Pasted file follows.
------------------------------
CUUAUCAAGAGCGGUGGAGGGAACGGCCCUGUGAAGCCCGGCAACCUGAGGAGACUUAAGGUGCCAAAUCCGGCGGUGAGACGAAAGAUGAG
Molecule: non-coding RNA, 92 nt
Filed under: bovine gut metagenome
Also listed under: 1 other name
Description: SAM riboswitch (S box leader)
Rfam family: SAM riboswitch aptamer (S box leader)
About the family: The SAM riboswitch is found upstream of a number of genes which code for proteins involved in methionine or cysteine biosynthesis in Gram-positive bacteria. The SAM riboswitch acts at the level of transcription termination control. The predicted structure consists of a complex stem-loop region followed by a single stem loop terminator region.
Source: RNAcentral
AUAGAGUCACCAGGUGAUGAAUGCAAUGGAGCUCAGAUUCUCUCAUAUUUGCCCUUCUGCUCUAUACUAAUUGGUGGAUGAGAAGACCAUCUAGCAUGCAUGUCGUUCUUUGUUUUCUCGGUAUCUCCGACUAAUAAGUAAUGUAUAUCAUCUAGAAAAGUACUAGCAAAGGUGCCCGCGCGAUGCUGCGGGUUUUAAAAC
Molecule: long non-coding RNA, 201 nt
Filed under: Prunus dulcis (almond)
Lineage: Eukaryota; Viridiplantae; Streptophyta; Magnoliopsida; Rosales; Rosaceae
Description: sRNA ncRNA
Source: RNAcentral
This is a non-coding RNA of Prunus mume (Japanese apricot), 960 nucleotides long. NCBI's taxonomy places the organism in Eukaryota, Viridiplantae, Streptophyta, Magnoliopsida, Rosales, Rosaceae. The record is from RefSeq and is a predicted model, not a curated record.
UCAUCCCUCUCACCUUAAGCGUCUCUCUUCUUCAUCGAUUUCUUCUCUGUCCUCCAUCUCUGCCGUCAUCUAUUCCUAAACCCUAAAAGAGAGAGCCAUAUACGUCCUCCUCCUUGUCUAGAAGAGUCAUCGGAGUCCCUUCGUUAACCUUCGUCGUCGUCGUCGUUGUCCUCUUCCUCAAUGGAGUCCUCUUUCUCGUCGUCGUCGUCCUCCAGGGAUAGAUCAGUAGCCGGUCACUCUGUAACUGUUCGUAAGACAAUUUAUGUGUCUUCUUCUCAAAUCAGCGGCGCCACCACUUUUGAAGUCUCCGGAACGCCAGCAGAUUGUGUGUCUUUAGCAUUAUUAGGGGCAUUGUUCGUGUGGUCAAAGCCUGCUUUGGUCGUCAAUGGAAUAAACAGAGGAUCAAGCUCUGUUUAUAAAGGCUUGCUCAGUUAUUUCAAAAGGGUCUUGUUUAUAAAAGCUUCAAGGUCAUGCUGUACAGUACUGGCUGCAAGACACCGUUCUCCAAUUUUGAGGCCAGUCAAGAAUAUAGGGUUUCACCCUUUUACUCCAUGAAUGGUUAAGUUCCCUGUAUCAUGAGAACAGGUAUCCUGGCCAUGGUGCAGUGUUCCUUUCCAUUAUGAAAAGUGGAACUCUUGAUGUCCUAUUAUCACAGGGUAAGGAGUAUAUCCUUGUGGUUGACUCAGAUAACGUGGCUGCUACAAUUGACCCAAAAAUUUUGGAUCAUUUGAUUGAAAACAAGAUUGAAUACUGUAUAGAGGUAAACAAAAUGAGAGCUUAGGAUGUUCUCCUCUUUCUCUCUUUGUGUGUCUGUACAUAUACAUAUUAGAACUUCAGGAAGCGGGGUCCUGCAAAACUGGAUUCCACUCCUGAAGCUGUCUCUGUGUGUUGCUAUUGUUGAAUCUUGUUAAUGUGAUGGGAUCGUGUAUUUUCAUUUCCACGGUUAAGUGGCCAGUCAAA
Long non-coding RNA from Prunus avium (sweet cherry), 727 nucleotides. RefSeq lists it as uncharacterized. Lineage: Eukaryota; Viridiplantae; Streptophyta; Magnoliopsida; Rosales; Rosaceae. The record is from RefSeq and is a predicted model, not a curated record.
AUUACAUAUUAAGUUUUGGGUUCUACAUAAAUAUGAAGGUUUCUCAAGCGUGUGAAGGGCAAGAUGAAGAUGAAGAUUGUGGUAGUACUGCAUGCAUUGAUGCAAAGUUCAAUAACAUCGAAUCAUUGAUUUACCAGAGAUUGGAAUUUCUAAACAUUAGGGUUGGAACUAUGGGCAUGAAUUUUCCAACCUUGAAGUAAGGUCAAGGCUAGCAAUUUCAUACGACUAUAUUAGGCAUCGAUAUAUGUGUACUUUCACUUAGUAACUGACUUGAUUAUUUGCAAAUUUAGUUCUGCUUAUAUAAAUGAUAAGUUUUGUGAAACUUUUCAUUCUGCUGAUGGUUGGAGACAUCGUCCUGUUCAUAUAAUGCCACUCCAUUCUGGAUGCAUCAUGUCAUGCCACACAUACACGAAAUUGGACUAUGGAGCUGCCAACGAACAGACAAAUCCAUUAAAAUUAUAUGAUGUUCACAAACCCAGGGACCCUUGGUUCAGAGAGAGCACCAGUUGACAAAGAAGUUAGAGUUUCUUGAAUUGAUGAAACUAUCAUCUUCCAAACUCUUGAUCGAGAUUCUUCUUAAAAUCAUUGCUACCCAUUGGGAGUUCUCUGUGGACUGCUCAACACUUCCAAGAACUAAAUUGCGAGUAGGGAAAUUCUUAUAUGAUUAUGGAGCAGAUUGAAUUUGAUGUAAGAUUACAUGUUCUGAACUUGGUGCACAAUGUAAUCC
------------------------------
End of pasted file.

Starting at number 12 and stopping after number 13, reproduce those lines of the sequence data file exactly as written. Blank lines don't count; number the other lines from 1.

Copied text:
Lineage: Eukaryota; Viridiplantae; Streptophyta; Magnoliopsida; Rosales; Rosaceae
Description: sRNA ncRNA